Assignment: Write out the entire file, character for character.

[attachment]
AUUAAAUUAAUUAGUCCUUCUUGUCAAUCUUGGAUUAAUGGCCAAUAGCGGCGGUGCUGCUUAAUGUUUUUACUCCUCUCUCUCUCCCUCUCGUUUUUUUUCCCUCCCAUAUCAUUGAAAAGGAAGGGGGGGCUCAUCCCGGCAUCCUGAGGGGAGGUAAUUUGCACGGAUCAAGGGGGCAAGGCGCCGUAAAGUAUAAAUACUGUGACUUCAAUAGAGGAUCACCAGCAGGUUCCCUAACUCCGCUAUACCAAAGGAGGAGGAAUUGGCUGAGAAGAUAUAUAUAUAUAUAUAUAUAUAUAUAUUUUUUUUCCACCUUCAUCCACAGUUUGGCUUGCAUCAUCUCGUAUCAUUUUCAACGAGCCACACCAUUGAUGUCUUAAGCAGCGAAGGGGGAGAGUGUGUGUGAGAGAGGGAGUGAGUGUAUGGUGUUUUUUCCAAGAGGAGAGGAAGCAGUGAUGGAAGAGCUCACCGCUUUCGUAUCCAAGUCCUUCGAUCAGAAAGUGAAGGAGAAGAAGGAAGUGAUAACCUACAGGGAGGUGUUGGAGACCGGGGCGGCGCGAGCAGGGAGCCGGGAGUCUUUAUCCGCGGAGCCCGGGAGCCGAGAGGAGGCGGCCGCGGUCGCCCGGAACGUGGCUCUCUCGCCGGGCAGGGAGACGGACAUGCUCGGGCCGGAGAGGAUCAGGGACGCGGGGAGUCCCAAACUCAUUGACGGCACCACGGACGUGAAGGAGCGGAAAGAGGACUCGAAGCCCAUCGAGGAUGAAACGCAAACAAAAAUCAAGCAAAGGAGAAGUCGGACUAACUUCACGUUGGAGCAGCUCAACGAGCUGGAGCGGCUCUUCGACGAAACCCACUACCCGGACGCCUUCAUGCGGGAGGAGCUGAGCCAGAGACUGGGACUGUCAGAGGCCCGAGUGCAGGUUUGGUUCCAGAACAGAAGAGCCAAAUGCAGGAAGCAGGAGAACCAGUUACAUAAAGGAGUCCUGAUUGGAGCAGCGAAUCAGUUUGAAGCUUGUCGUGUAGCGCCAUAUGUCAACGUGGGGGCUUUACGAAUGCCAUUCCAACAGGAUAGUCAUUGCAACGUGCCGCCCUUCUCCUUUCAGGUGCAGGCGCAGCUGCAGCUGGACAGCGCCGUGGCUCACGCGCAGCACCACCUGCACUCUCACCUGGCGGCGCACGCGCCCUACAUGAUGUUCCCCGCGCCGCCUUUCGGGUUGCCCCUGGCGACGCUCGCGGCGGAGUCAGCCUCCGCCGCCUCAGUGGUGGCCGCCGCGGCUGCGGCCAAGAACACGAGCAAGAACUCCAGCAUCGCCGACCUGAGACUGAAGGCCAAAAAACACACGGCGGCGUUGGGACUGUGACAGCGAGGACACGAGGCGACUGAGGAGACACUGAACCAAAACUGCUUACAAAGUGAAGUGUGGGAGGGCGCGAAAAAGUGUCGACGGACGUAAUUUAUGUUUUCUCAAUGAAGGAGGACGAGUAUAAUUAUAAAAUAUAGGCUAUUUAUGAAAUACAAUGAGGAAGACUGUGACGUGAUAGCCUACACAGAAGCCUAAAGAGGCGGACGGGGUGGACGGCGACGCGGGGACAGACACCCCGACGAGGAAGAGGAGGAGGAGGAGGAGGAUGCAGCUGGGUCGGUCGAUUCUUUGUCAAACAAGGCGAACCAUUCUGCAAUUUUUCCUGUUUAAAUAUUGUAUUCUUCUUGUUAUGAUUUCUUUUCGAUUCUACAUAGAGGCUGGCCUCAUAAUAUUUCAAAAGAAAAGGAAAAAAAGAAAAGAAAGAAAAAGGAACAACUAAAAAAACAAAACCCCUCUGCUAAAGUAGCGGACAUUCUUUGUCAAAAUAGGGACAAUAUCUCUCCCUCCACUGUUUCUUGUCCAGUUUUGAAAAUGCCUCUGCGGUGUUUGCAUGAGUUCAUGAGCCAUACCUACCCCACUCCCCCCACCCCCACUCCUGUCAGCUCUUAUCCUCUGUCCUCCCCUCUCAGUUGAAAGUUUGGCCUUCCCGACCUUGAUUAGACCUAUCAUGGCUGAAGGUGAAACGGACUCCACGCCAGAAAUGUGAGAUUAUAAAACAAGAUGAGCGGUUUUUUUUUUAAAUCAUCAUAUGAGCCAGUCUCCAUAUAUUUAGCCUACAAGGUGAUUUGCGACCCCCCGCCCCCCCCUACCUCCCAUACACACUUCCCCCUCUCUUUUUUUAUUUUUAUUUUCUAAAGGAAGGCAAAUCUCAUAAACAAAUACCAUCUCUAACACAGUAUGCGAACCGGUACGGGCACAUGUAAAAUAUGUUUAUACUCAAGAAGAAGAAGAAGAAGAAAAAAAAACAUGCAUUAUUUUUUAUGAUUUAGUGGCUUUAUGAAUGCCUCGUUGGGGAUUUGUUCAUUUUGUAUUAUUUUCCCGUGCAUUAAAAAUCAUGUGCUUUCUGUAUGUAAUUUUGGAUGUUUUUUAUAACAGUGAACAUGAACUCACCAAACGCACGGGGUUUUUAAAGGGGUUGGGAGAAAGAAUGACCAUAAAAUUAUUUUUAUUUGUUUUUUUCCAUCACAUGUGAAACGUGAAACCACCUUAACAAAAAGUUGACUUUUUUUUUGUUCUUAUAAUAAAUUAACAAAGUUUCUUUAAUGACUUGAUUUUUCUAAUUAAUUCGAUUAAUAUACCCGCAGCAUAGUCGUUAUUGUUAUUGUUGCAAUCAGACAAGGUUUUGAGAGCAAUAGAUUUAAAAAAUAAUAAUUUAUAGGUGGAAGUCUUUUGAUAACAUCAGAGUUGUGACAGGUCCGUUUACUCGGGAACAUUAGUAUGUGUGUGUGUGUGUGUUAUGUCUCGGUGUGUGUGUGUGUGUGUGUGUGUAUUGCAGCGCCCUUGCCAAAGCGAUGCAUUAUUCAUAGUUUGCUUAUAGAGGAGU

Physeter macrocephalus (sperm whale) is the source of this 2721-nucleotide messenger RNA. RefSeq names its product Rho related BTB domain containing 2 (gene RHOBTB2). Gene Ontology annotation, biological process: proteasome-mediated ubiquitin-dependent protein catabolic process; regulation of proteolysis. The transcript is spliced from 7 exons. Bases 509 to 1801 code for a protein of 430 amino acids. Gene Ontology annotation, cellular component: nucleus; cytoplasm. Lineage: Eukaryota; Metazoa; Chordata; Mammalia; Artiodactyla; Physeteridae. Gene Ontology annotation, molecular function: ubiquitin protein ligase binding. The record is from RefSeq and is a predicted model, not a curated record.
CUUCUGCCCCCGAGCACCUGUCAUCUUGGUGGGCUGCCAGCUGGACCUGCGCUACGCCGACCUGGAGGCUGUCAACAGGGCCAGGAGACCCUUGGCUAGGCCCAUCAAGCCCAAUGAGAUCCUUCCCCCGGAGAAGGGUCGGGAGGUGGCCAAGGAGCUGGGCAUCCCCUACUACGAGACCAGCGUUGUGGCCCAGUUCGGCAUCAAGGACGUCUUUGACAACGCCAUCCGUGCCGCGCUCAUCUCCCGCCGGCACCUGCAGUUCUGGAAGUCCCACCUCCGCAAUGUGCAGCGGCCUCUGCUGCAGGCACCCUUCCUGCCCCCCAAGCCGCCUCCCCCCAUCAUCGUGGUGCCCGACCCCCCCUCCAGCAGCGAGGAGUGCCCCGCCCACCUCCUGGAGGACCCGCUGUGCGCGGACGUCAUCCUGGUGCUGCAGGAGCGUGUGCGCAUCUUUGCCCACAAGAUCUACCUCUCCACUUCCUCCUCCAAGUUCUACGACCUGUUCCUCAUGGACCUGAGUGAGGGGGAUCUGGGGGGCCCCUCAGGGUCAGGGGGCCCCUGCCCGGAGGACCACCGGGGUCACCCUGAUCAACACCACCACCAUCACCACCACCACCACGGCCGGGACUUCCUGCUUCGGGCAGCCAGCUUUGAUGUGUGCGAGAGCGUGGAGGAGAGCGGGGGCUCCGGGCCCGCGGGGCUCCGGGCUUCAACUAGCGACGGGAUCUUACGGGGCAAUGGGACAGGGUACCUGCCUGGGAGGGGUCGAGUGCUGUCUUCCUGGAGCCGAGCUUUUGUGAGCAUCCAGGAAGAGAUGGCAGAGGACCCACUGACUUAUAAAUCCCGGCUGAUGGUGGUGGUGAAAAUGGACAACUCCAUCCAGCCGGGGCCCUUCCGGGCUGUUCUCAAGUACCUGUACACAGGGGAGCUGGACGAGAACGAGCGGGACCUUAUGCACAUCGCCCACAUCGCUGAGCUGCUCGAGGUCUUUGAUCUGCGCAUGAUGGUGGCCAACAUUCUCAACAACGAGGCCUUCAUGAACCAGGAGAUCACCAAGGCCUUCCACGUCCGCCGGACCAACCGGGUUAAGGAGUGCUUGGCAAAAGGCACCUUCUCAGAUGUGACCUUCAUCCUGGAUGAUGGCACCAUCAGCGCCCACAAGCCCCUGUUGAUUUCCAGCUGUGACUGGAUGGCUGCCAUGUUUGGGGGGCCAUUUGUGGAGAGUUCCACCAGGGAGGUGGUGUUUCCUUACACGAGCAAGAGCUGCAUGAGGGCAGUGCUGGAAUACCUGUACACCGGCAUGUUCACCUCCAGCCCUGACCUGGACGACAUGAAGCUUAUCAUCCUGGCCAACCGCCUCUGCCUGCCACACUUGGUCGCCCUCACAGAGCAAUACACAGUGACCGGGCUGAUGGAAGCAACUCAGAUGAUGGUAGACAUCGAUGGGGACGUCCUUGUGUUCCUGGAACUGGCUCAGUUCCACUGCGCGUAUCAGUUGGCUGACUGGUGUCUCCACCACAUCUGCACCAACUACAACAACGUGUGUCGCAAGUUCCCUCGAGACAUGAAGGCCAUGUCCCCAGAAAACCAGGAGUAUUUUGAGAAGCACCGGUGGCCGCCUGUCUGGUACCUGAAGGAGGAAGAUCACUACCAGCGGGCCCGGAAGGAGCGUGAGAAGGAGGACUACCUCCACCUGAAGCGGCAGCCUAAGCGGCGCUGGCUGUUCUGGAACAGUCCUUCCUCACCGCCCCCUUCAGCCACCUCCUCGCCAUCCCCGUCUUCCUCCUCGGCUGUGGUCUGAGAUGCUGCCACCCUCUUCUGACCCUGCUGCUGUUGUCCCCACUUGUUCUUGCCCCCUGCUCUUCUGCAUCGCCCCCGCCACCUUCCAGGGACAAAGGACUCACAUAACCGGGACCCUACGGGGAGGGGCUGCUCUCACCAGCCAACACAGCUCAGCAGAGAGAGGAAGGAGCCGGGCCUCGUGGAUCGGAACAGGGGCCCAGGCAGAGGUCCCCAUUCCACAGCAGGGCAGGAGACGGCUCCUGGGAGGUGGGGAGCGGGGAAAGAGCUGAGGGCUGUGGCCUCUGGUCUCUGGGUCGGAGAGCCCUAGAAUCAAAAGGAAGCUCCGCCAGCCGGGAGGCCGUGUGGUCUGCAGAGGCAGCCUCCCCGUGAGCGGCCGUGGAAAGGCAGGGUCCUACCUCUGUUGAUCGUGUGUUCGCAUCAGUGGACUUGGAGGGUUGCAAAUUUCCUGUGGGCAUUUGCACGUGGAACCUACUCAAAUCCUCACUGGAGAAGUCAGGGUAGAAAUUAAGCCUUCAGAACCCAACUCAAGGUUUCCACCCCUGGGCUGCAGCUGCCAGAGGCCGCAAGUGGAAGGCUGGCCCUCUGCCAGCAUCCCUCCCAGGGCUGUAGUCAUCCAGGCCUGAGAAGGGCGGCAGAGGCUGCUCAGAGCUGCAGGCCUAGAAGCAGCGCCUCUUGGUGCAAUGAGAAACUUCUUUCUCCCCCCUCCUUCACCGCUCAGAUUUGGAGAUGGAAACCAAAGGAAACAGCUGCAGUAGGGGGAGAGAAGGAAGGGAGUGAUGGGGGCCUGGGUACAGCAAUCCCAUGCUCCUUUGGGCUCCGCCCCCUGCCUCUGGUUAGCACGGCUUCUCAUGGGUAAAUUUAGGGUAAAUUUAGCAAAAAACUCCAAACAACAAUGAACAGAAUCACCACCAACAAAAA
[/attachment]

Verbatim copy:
AUUAAAUUAAUUAGUCCUUCUUGUCAAUCUUGGAUUAAUGGCCAAUAGCGGCGGUGCUGCUUAAUGUUUUUACUCCUCUCUCUCUCCCUCUCGUUUUUUUUCCCUCCCAUAUCAUUGAAAAGGAAGGGGGGGCUCAUCCCGGCAUCCUGAGGGGAGGUAAUUUGCACGGAUCAAGGGGGCAAGGCGCCGUAAAGUAUAAAUACUGUGACUUCAAUAGAGGAUCACCAGCAGGUUCCCUAACUCCGCUAUACCAAAGGAGGAGGAAUUGGCUGAGAAGAUAUAUAUAUAUAUAUAUAUAUAUAUAUUUUUUUUCCACCUUCAUCCACAGUUUGGCUUGCAUCAUCUCGUAUCAUUUUCAACGAGCCACACCAUUGAUGUCUUAAGCAGCGAAGGGGGAGAGUGUGUGUGAGAGAGGGAGUGAGUGUAUGGUGUUUUUUCCAAGAGGAGAGGAAGCAGUGAUGGAAGAGCUCACCGCUUUCGUAUCCAAGUCCUUCGAUCAGAAAGUGAAGGAGAAGAAGGAAGUGAUAACCUACAGGGAGGUGUUGGAGACCGGGGCGGCGCGAGCAGGGAGCCGGGAGUCUUUAUCCGCGGAGCCCGGGAGCCGAGAGGAGGCGGCCGCGGUCGCCCGGAACGUGGCUCUCUCGCCGGGCAGGGAGACGGACAUGCUCGGGCCGGAGAGGAUCAGGGACGCGGGGAGUCCCAAACUCAUUGACGGCACCACGGACGUGAAGGAGCGGAAAGAGGACUCGAAGCCCAUCGAGGAUGAAACGCAAACAAAAAUCAAGCAAAGGAGAAGUCGGACUAACUUCACGUUGGAGCAGCUCAACGAGCUGGAGCGGCUCUUCGACGAAACCCACUACCCGGACGCCUUCAUGCGGGAGGAGCUGAGCCAGAGACUGGGACUGUCAGAGGCCCGAGUGCAGGUUUGGUUCCAGAACAGAAGAGCCAAAUGCAGGAAGCAGGAGAACCAGUUACAUAAAGGAGUCCUGAUUGGAGCAGCGAAUCAGUUUGAAGCUUGUCGUGUAGCGCCAUAUGUCAACGUGGGGGCUUUACGAAUGCCAUUCCAACAGGAUAGUCAUUGCAACGUGCCGCCCUUCUCCUUUCAGGUGCAGGCGCAGCUGCAGCUGGACAGCGCCGUGGCUCACGCGCAGCACCACCUGCACUCUCACCUGGCGGCGCACGCGCCCUACAUGAUGUUCCCCGCGCCGCCUUUCGGGUUGCCCCUGGCGACGCUCGCGGCGGAGUCAGCCUCCGCCGCCUCAGUGGUGGCCGCCGCGGCUGCGGCCAAGAACACGAGCAAGAACUCCAGCAUCGCCGACCUGAGACUGAAGGCCAAAAAACACACGGCGGCGUUGGGACUGUGACAGCGAGGACACGAGGCGACUGAGGAGACACUGAACCAAAACUGCUUACAAAGUGAAGUGUGGGAGGGCGCGAAAAAGUGUCGACGGACGUAAUUUAUGUUUUCUCAAUGAAGGAGGACGAGUAUAAUUAUAAAAUAUAGGCUAUUUAUGAAAUACAAUGAGGAAGACUGUGACGUGAUAGCCUACACAGAAGCCUAAAGAGGCGGACGGGGUGGACGGCGACGCGGGGACAGACACCCCGACGAGGAAGAGGAGGAGGAGGAGGAGGAUGCAGCUGGGUCGGUCGAUUCUUUGUCAAACAAGGCGAACCAUUCUGCAAUUUUUCCUGUUUAAAUAUUGUAUUCUUCUUGUUAUGAUUUCUUUUCGAUUCUACAUAGAGGCUGGCCUCAUAAUAUUUCAAAAGAAAAGGAAAAAAAGAAAAGAAAGAAAAAGGAACAACUAAAAAAACAAAACCCCUCUGCUAAAGUAGCGGACAUUCUUUGUCAAAAUAGGGACAAUAUCUCUCCCUCCACUGUUUCUUGUCCAGUUUUGAAAAUGCCUCUGCGGUGUUUGCAUGAGUUCAUGAGCCAUACCUACCCCACUCCCCCCACCCCCACUCCUGUCAGCUCUUAUCCUCUGUCCUCCCCUCUCAGUUGAAAGUUUGGCCUUCCCGACCUUGAUUAGACCUAUCAUGGCUGAAGGUGAAACGGACUCCACGCCAGAAAUGUGAGAUUAUAAAACAAGAUGAGCGGUUUUUUUUUUAAAUCAUCAUAUGAGCCAGUCUCCAUAUAUUUAGCCUACAAGGUGAUUUGCGACCCCCCGCCCCCCCCUACCUCCCAUACACACUUCCCCCUCUCUUUUUUUAUUUUUAUUUUCUAAAGGAAGGCAAAUCUCAUAAACAAAUACCAUCUCUAACACAGUAUGCGAACCGGUACGGGCACAUGUAAAAUAUGUUUAUACUCAAGAAGAAGAAGAAGAAGAAAAAAAAACAUGCAUUAUUUUUUAUGAUUUAGUGGCUUUAUGAAUGCCUCGUUGGGGAUUUGUUCAUUUUGUAUUAUUUUCCCGUGCAUUAAAAAUCAUGUGCUUUCUGUAUGUAAUUUUGGAUGUUUUUUAUAACAGUGAACAUGAACUCACCAAACGCACGGGGUUUUUAAAGGGGUUGGGAGAAAGAAUGACCAUAAAAUUAUUUUUAUUUGUUUUUUUCCAUCACAUGUGAAACGUGAAACCACCUUAACAAAAAGUUGACUUUUUUUUUGUUCUUAUAAUAAAUUAACAAAGUUUCUUUAAUGACUUGAUUUUUCUAAUUAAUUCGAUUAAUAUACCCGCAGCAUAGUCGUUAUUGUUAUUGUUGCAAUCAGACAAGGUUUUGAGAGCAAUAGAUUUAAAAAAUAAUAAUUUAUAGGUGGAAGUCUUUUGAUAACAUCAGAGUUGUGACAGGUCCGUUUACUCGGGAACAUUAGUAUGUGUGUGUGUGUGUGUUAUGUCUCGGUGUGUGUGUGUGUGUGUGUGUGUAUUGCAGCGCCCUUGCCAAAGCGAUGCAUUAUUCAUAGUUUGCUUAUAGAGGAGU

Physeter macrocephalus (sperm whale) is the source of this 2721-nucleotide messenger RNA. RefSeq names its product Rho related BTB domain containing 2 (gene RHOBTB2). Gene Ontology annotation, biological process: proteasome-mediated ubiquitin-dependent protein catabolic process; regulation of proteolysis. The transcript is spliced from 7 exons. Bases 509 to 1801 code for a protein of 430 amino acids. Gene Ontology annotation, cellular component: nucleus; cytoplasm. Lineage: Eukaryota; Metazoa; Chordata; Mammalia; Artiodactyla; Physeteridae. Gene Ontology annotation, molecular function: ubiquitin protein ligase binding. The record is from RefSeq and is a predicted model, not a curated record.
CUUCUGCCCCCGAGCACCUGUCAUCUUGGUGGGCUGCCAGCUGGACCUGCGCUACGCCGACCUGGAGGCUGUCAACAGGGCCAGGAGACCCUUGGCUAGGCCCAUCAAGCCCAAUGAGAUCCUUCCCCCGGAGAAGGGUCGGGAGGUGGCCAAGGAGCUGGGCAUCCCCUACUACGAGACCAGCGUUGUGGCCCAGUUCGGCAUCAAGGACGUCUUUGACAACGCCAUCCGUGCCGCGCUCAUCUCCCGCCGGCACCUGCAGUUCUGGAAGUCCCACCUCCGCAAUGUGCAGCGGCCUCUGCUGCAGGCACCCUUCCUGCCCCCCAAGCCGCCUCCCCCCAUCAUCGUGGUGCCCGACCCCCCCUCCAGCAGCGAGGAGUGCCCCGCCCACCUCCUGGAGGACCCGCUGUGCGCGGACGUCAUCCUGGUGCUGCAGGAGCGUGUGCGCAUCUUUGCCCACAAGAUCUACCUCUCCACUUCCUCCUCCAAGUUCUACGACCUGUUCCUCAUGGACCUGAGUGAGGGGGAUCUGGGGGGCCCCUCAGGGUCAGGGGGCCCCUGCCCGGAGGACCACCGGGGUCACCCUGAUCAACACCACCACCAUCACCACCACCACCACGGCCGGGACUUCCUGCUUCGGGCAGCCAGCUUUGAUGUGUGCGAGAGCGUGGAGGAGAGCGGGGGCUCCGGGCCCGCGGGGCUCCGGGCUUCAACUAGCGACGGGAUCUUACGGGGCAAUGGGACAGGGUACCUGCCUGGGAGGGGUCGAGUGCUGUCUUCCUGGAGCCGAGCUUUUGUGAGCAUCCAGGAAGAGAUGGCAGAGGACCCACUGACUUAUAAAUCCCGGCUGAUGGUGGUGGUGAAAAUGGACAACUCCAUCCAGCCGGGGCCCUUCCGGGCUGUUCUCAAGUACCUGUACACAGGGGAGCUGGACGAGAACGAGCGGGACCUUAUGCACAUCGCCCACAUCGCUGAGCUGCUCGAGGUCUUUGAUCUGCGCAUGAUGGUGGCCAACAUUCUCAACAACGAGGCCUUCAUGAACCAGGAGAUCACCAAGGCCUUCCACGUCCGCCGGACCAACCGGGUUAAGGAGUGCUUGGCAAAAGGCACCUUCUCAGAUGUGACCUUCAUCCUGGAUGAUGGCACCAUCAGCGCCCACAAGCCCCUGUUGAUUUCCAGCUGUGACUGGAUGGCUGCCAUGUUUGGGGGGCCAUUUGUGGAGAGUUCCACCAGGGAGGUGGUGUUUCCUUACACGAGCAAGAGCUGCAUGAGGGCAGUGCUGGAAUACCUGUACACCGGCAUGUUCACCUCCAGCCCUGACCUGGACGACAUGAAGCUUAUCAUCCUGGCCAACCGCCUCUGCCUGCCACACUUGGUCGCCCUCACAGAGCAAUACACAGUGACCGGGCUGAUGGAAGCAACUCAGAUGAUGGUAGACAUCGAUGGGGACGUCCUUGUGUUCCUGGAACUGGCUCAGUUCCACUGCGCGUAUCAGUUGGCUGACUGGUGUCUCCACCACAUCUGCACCAACUACAACAACGUGUGUCGCAAGUUCCCUCGAGACAUGAAGGCCAUGUCCCCAGAAAACCAGGAGUAUUUUGAGAAGCACCGGUGGCCGCCUGUCUGGUACCUGAAGGAGGAAGAUCACUACCAGCGGGCCCGGAAGGAGCGUGAGAAGGAGGACUACCUCCACCUGAAGCGGCAGCCUAAGCGGCGCUGGCUGUUCUGGAACAGUCCUUCCUCACCGCCCCCUUCAGCCACCUCCUCGCCAUCCCCGUCUUCCUCCUCGGCUGUGGUCUGAGAUGCUGCCACCCUCUUCUGACCCUGCUGCUGUUGUCCCCACUUGUUCUUGCCCCCUGCUCUUCUGCAUCGCCCCCGCCACCUUCCAGGGACAAAGGACUCACAUAACCGGGACCCUACGGGGAGGGGCUGCUCUCACCAGCCAACACAGCUCAGCAGAGAGAGGAAGGAGCCGGGCCUCGUGGAUCGGAACAGGGGCCCAGGCAGAGGUCCCCAUUCCACAGCAGGGCAGGAGACGGCUCCUGGGAGGUGGGGAGCGGGGAAAGAGCUGAGGGCUGUGGCCUCUGGUCUCUGGGUCGGAGAGCCCUAGAAUCAAAAGGAAGCUCCGCCAGCCGGGAGGCCGUGUGGUCUGCAGAGGCAGCCUCCCCGUGAGCGGCCGUGGAAAGGCAGGGUCCUACCUCUGUUGAUCGUGUGUUCGCAUCAGUGGACUUGGAGGGUUGCAAAUUUCCUGUGGGCAUUUGCACGUGGAACCUACUCAAAUCCUCACUGGAGAAGUCAGGGUAGAAAUUAAGCCUUCAGAACCCAACUCAAGGUUUCCACCCCUGGGCUGCAGCUGCCAGAGGCCGCAAGUGGAAGGCUGGCCCUCUGCCAGCAUCCCUCCCAGGGCUGUAGUCAUCCAGGCCUGAGAAGGGCGGCAGAGGCUGCUCAGAGCUGCAGGCCUAGAAGCAGCGCCUCUUGGUGCAAUGAGAAACUUCUUUCUCCCCCCUCCUUCACCGCUCAGAUUUGGAGAUGGAAACCAAAGGAAACAGCUGCAGUAGGGGGAGAGAAGGAAGGGAGUGAUGGGGGCCUGGGUACAGCAAUCCCAUGCUCCUUUGGGCUCCGCCCCCUGCCUCUGGUUAGCACGGCUUCUCAUGGGUAAAUUUAGGGUAAAUUUAGCAAAAAACUCCAAACAACAAUGAACAGAAUCACCACCAACAAAAA